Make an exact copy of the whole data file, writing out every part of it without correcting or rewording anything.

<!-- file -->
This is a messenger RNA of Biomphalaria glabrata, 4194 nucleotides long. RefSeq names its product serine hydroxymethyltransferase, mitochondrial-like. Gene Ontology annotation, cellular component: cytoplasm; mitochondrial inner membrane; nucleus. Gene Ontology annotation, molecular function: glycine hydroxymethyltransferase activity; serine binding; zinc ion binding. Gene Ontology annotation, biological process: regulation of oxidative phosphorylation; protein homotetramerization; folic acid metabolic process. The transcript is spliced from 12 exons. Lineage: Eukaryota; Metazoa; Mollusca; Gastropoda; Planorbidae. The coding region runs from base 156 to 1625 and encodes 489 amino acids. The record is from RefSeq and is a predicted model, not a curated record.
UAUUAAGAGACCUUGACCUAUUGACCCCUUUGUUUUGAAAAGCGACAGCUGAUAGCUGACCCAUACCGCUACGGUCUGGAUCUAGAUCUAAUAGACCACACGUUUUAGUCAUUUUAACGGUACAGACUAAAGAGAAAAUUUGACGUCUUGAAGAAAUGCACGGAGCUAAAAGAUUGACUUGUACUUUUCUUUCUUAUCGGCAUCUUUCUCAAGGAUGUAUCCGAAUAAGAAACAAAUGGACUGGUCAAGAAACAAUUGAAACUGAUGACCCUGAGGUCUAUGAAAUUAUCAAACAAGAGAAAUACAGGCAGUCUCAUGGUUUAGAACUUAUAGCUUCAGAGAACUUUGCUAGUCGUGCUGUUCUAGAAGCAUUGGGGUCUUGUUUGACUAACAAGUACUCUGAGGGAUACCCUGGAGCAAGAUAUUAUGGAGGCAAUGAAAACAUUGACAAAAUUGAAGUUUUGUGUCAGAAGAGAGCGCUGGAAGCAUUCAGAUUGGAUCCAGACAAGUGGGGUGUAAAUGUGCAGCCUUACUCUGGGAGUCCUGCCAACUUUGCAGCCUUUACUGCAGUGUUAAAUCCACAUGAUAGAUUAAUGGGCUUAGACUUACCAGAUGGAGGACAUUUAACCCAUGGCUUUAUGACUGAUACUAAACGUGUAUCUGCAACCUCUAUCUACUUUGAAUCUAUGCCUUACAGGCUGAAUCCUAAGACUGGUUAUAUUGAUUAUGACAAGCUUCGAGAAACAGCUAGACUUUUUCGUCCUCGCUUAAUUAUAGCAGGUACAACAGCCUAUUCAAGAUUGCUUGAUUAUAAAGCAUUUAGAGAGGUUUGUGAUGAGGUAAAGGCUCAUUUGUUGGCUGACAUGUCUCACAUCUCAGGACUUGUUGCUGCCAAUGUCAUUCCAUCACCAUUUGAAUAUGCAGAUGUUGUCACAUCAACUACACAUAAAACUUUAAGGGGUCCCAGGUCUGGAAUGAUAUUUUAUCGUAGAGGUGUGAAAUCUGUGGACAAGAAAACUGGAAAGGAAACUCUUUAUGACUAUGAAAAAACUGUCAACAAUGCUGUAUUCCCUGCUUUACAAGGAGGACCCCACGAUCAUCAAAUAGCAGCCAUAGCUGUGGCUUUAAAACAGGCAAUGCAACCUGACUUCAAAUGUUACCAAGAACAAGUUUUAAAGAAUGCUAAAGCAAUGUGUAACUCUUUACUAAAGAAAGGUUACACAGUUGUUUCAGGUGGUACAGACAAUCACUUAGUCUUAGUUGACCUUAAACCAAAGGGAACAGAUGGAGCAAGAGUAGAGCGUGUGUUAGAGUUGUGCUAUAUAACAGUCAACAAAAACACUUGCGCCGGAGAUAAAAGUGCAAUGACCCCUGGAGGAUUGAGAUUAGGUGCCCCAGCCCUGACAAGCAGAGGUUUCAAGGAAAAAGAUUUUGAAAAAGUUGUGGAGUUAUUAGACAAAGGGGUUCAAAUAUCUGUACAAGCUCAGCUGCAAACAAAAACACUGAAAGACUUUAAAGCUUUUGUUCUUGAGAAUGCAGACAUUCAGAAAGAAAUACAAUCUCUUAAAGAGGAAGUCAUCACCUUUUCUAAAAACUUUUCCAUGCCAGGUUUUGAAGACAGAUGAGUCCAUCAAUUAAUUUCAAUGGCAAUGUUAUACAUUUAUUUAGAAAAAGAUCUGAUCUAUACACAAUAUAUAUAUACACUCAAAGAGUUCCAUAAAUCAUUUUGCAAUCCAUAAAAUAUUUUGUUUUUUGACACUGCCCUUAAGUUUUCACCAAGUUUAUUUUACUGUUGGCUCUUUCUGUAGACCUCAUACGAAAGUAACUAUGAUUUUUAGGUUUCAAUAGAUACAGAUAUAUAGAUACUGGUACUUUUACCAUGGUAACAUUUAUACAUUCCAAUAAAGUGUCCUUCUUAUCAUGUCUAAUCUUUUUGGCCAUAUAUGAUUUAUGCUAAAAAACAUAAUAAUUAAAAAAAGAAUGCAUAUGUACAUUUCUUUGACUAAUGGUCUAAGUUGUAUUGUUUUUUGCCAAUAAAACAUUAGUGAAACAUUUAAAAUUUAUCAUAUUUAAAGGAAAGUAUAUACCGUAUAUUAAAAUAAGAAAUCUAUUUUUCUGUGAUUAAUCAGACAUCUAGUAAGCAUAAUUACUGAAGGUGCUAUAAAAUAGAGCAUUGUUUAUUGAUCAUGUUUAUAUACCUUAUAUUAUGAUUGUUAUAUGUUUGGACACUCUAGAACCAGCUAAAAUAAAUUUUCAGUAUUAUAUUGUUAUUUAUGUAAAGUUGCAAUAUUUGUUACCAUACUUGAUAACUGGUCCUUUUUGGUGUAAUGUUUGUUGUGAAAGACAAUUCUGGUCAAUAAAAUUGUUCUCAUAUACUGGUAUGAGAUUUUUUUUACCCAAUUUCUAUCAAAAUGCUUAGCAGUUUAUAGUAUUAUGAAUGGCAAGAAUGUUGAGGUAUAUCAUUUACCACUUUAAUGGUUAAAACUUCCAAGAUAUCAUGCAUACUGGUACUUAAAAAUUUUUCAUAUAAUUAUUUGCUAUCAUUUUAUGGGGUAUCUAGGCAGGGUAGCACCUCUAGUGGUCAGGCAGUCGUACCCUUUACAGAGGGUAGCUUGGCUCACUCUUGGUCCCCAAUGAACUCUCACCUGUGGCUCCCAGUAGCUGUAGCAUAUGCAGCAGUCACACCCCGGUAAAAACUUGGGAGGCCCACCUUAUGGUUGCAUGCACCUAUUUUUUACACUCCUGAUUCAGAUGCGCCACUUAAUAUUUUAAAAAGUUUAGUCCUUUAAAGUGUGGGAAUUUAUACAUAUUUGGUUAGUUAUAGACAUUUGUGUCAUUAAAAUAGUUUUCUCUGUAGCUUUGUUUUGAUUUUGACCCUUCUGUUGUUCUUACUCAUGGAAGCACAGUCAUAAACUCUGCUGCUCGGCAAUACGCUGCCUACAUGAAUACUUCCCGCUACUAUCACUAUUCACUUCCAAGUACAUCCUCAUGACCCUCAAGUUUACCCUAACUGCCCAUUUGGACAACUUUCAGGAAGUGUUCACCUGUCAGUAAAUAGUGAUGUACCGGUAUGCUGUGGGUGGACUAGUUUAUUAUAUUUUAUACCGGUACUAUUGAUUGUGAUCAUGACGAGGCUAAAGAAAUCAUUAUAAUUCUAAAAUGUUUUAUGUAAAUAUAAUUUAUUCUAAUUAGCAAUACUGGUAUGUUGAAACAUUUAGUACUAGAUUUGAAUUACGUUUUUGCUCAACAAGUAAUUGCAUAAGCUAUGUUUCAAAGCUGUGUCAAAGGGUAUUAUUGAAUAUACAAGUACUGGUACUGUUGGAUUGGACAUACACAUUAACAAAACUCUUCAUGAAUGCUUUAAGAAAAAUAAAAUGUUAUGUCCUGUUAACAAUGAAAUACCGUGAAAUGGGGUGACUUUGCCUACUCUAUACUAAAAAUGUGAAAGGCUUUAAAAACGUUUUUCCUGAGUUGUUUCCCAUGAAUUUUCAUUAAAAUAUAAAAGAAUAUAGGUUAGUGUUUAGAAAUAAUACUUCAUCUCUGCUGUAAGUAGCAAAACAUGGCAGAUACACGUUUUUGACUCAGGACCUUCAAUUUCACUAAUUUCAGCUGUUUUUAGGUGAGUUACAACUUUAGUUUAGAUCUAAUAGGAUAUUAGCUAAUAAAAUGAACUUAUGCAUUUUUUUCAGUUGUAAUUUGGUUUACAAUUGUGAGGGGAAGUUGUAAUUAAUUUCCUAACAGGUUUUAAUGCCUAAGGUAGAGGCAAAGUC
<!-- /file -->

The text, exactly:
This is a messenger RNA of Biomphalaria glabrata, 4194 nucleotides long. RefSeq names its product serine hydroxymethyltransferase, mitochondrial-like. Gene Ontology annotation, cellular component: cytoplasm; mitochondrial inner membrane; nucleus. Gene Ontology annotation, molecular function: glycine hydroxymethyltransferase activity; serine binding; zinc ion binding. Gene Ontology annotation, biological process: regulation of oxidative phosphorylation; protein homotetramerization; folic acid metabolic process. The transcript is spliced from 12 exons. Lineage: Eukaryota; Metazoa; Mollusca; Gastropoda; Planorbidae. The coding region runs from base 156 to 1625 and encodes 489 amino acids. The record is from RefSeq and is a predicted model, not a curated record.
UAUUAAGAGACCUUGACCUAUUGACCCCUUUGUUUUGAAAAGCGACAGCUGAUAGCUGACCCAUACCGCUACGGUCUGGAUCUAGAUCUAAUAGACCACACGUUUUAGUCAUUUUAACGGUACAGACUAAAGAGAAAAUUUGACGUCUUGAAGAAAUGCACGGAGCUAAAAGAUUGACUUGUACUUUUCUUUCUUAUCGGCAUCUUUCUCAAGGAUGUAUCCGAAUAAGAAACAAAUGGACUGGUCAAGAAACAAUUGAAACUGAUGACCCUGAGGUCUAUGAAAUUAUCAAACAAGAGAAAUACAGGCAGUCUCAUGGUUUAGAACUUAUAGCUUCAGAGAACUUUGCUAGUCGUGCUGUUCUAGAAGCAUUGGGGUCUUGUUUGACUAACAAGUACUCUGAGGGAUACCCUGGAGCAAGAUAUUAUGGAGGCAAUGAAAACAUUGACAAAAUUGAAGUUUUGUGUCAGAAGAGAGCGCUGGAAGCAUUCAGAUUGGAUCCAGACAAGUGGGGUGUAAAUGUGCAGCCUUACUCUGGGAGUCCUGCCAACUUUGCAGCCUUUACUGCAGUGUUAAAUCCACAUGAUAGAUUAAUGGGCUUAGACUUACCAGAUGGAGGACAUUUAACCCAUGGCUUUAUGACUGAUACUAAACGUGUAUCUGCAACCUCUAUCUACUUUGAAUCUAUGCCUUACAGGCUGAAUCCUAAGACUGGUUAUAUUGAUUAUGACAAGCUUCGAGAAACAGCUAGACUUUUUCGUCCUCGCUUAAUUAUAGCAGGUACAACAGCCUAUUCAAGAUUGCUUGAUUAUAAAGCAUUUAGAGAGGUUUGUGAUGAGGUAAAGGCUCAUUUGUUGGCUGACAUGUCUCACAUCUCAGGACUUGUUGCUGCCAAUGUCAUUCCAUCACCAUUUGAAUAUGCAGAUGUUGUCACAUCAACUACACAUAAAACUUUAAGGGGUCCCAGGUCUGGAAUGAUAUUUUAUCGUAGAGGUGUGAAAUCUGUGGACAAGAAAACUGGAAAGGAAACUCUUUAUGACUAUGAAAAAACUGUCAACAAUGCUGUAUUCCCUGCUUUACAAGGAGGACCCCACGAUCAUCAAAUAGCAGCCAUAGCUGUGGCUUUAAAACAGGCAAUGCAACCUGACUUCAAAUGUUACCAAGAACAAGUUUUAAAGAAUGCUAAAGCAAUGUGUAACUCUUUACUAAAGAAAGGUUACACAGUUGUUUCAGGUGGUACAGACAAUCACUUAGUCUUAGUUGACCUUAAACCAAAGGGAACAGAUGGAGCAAGAGUAGAGCGUGUGUUAGAGUUGUGCUAUAUAACAGUCAACAAAAACACUUGCGCCGGAGAUAAAAGUGCAAUGACCCCUGGAGGAUUGAGAUUAGGUGCCCCAGCCCUGACAAGCAGAGGUUUCAAGGAAAAAGAUUUUGAAAAAGUUGUGGAGUUAUUAGACAAAGGGGUUCAAAUAUCUGUACAAGCUCAGCUGCAAACAAAAACACUGAAAGACUUUAAAGCUUUUGUUCUUGAGAAUGCAGACAUUCAGAAAGAAAUACAAUCUCUUAAAGAGGAAGUCAUCACCUUUUCUAAAAACUUUUCCAUGCCAGGUUUUGAAGACAGAUGAGUCCAUCAAUUAAUUUCAAUGGCAAUGUUAUACAUUUAUUUAGAAAAAGAUCUGAUCUAUACACAAUAUAUAUAUACACUCAAAGAGUUCCAUAAAUCAUUUUGCAAUCCAUAAAAUAUUUUGUUUUUUGACACUGCCCUUAAGUUUUCACCAAGUUUAUUUUACUGUUGGCUCUUUCUGUAGACCUCAUACGAAAGUAACUAUGAUUUUUAGGUUUCAAUAGAUACAGAUAUAUAGAUACUGGUACUUUUACCAUGGUAACAUUUAUACAUUCCAAUAAAGUGUCCUUCUUAUCAUGUCUAAUCUUUUUGGCCAUAUAUGAUUUAUGCUAAAAAACAUAAUAAUUAAAAAAAGAAUGCAUAUGUACAUUUCUUUGACUAAUGGUCUAAGUUGUAUUGUUUUUUGCCAAUAAAACAUUAGUGAAACAUUUAAAAUUUAUCAUAUUUAAAGGAAAGUAUAUACCGUAUAUUAAAAUAAGAAAUCUAUUUUUCUGUGAUUAAUCAGACAUCUAGUAAGCAUAAUUACUGAAGGUGCUAUAAAAUAGAGCAUUGUUUAUUGAUCAUGUUUAUAUACCUUAUAUUAUGAUUGUUAUAUGUUUGGACACUCUAGAACCAGCUAAAAUAAAUUUUCAGUAUUAUAUUGUUAUUUAUGUAAAGUUGCAAUAUUUGUUACCAUACUUGAUAACUGGUCCUUUUUGGUGUAAUGUUUGUUGUGAAAGACAAUUCUGGUCAAUAAAAUUGUUCUCAUAUACUGGUAUGAGAUUUUUUUUACCCAAUUUCUAUCAAAAUGCUUAGCAGUUUAUAGUAUUAUGAAUGGCAAGAAUGUUGAGGUAUAUCAUUUACCACUUUAAUGGUUAAAACUUCCAAGAUAUCAUGCAUACUGGUACUUAAAAAUUUUUCAUAUAAUUAUUUGCUAUCAUUUUAUGGGGUAUCUAGGCAGGGUAGCACCUCUAGUGGUCAGGCAGUCGUACCCUUUACAGAGGGUAGCUUGGCUCACUCUUGGUCCCCAAUGAACUCUCACCUGUGGCUCCCAGUAGCUGUAGCAUAUGCAGCAGUCACACCCCGGUAAAAACUUGGGAGGCCCACCUUAUGGUUGCAUGCACCUAUUUUUUACACUCCUGAUUCAGAUGCGCCACUUAAUAUUUUAAAAAGUUUAGUCCUUUAAAGUGUGGGAAUUUAUACAUAUUUGGUUAGUUAUAGACAUUUGUGUCAUUAAAAUAGUUUUCUCUGUAGCUUUGUUUUGAUUUUGACCCUUCUGUUGUUCUUACUCAUGGAAGCACAGUCAUAAACUCUGCUGCUCGGCAAUACGCUGCCUACAUGAAUACUUCCCGCUACUAUCACUAUUCACUUCCAAGUACAUCCUCAUGACCCUCAAGUUUACCCUAACUGCCCAUUUGGACAACUUUCAGGAAGUGUUCACCUGUCAGUAAAUAGUGAUGUACCGGUAUGCUGUGGGUGGACUAGUUUAUUAUAUUUUAUACCGGUACUAUUGAUUGUGAUCAUGACGAGGCUAAAGAAAUCAUUAUAAUUCUAAAAUGUUUUAUGUAAAUAUAAUUUAUUCUAAUUAGCAAUACUGGUAUGUUGAAACAUUUAGUACUAGAUUUGAAUUACGUUUUUGCUCAACAAGUAAUUGCAUAAGCUAUGUUUCAAAGCUGUGUCAAAGGGUAUUAUUGAAUAUACAAGUACUGGUACUGUUGGAUUGGACAUACACAUUAACAAAACUCUUCAUGAAUGCUUUAAGAAAAAUAAAAUGUUAUGUCCUGUUAACAAUGAAAUACCGUGAAAUGGGGUGACUUUGCCUACUCUAUACUAAAAAUGUGAAAGGCUUUAAAAACGUUUUUCCUGAGUUGUUUCCCAUGAAUUUUCAUUAAAAUAUAAAAGAAUAUAGGUUAGUGUUUAGAAAUAAUACUUCAUCUCUGCUGUAAGUAGCAAAACAUGGCAGAUACACGUUUUUGACUCAGGACCUUCAAUUUCACUAAUUUCAGCUGUUUUUAGGUGAGUUACAACUUUAGUUUAGAUCUAAUAGGAUAUUAGCUAAUAAAAUGAACUUAUGCAUUUUUUUCAGUUGUAAUUUGGUUUACAAUUGUGAGGGGAAGUUGUAAUUAAUUUCCUAACAGGUUUUAAUGCCUAAGGUAGAGGCAAAGUC